US President Barack Obama has latched on to a campaign to renew America as the cornerstone of the second half of his current term in office -- and perhaps it represents the springboard for his reelection campaign.
But will businesses, including those in the high-tech sector, agree with his clarion call for increased hiring and investment in the country? US companies, according to Obama, are sitting on about $2 trillion in cash and short-term investments, which they could be pouring into the economy through capital expenditure, R&D, and other product innovation and manufacturing initiatives.
"Now is the time to invest in America," the president said in a speech to the US Chamber of Commerce in Washington on Tuesday. "Many of you have told me that you are waiting for demand to rise before you get off the sidelines and expand, and that with millions of Americans out of work, demand has risen more slowly than any of us would like. But many of your own economists and salespeople are now forecasting a healthy increase in demand. So I want to encourage you to get in the game."
Will companies "get in the game" and increase hiring? I think they'll do what they believe is in the best interests of their shareholders, and this may not necessarily be what Obama is looking for. Perhaps the more relevant question is: What will it take for American companies to spend some of the money they have on their balance sheet on new jobs? Please let me know.
Economists generally agree that the US economy needs a lot more than the fiscal boost and regulatory easing it received in the dying days of the George Bush administration and in Obama's first year in office. The unemployment rate remains stubbornly high at more than 9 percent, and the economic growth rate is still anemic and well below the job creation and replacement level needed to pull more people into gainful employment.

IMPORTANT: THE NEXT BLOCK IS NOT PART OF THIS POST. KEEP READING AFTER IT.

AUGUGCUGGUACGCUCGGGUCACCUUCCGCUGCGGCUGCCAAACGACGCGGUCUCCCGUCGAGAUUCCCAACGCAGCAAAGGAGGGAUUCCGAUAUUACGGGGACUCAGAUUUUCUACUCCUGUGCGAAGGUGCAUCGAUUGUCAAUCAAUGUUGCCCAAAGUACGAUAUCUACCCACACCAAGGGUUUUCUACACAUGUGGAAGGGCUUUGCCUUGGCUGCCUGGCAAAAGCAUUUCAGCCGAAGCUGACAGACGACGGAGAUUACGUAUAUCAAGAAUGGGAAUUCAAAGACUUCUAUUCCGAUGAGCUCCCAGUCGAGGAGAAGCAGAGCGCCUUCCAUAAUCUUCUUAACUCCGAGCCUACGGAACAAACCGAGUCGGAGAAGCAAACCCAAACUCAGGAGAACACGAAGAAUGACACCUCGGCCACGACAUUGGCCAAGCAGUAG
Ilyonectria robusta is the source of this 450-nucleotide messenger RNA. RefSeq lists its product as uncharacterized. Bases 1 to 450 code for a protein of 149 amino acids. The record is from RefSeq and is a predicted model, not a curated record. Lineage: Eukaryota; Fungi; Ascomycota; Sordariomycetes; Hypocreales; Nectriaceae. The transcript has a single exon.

So, Obama has been doing a lot of talking to parties he believes can help energize the economy. After a rocky start to his relationship with the business community, he has been courting employers and their representative associations. He has also been insisting that America focus on certain industries to distinguish itself in the global economy. It's pointless, it seems, to try to compete against China -- why bother producing toothpicks when we can be more productive in selling it aircraft engines?
I agree that American and Western companies should identify and focus on areas where they can add value in the global economy. However, I also believe that several fundamental issues have forever changed the dynamics of global commerce to the point where it has become too simplistic to talk about national rivalry. Today, it's one business versus another, one supply chain versus another, and one product versus another.
Many of the biggest companies we track in the electronics industry, for instance, may have headquarters in the West but generate a substantial portion of their sales and income in the same countries Obama sees as the US's economic rival. For these companies, including big-name businesses such as Apple, Cisco Systems, GE, Intel, and Vishay Intertechnology, the idea of a national border has long faded. Executives scour the globe for not only sales but also ideas, skilled employees, and competitive differentiation. The concept of a "home" base for most of these companies is as archaic as when almost every nation had to have a "national airline."
This doesn't mean national and business leaders do not need to champion the economic causes of their nations. After all, Obama was elected to head the United States, not the United Nations. In his speech, the president told corporate executives: "Even as we make America the best place on earth to do business, businesses also have a responsibility to America."
We'll find out soon enough whether the national and business interests have a clear meeting point and how well Obama has made his case.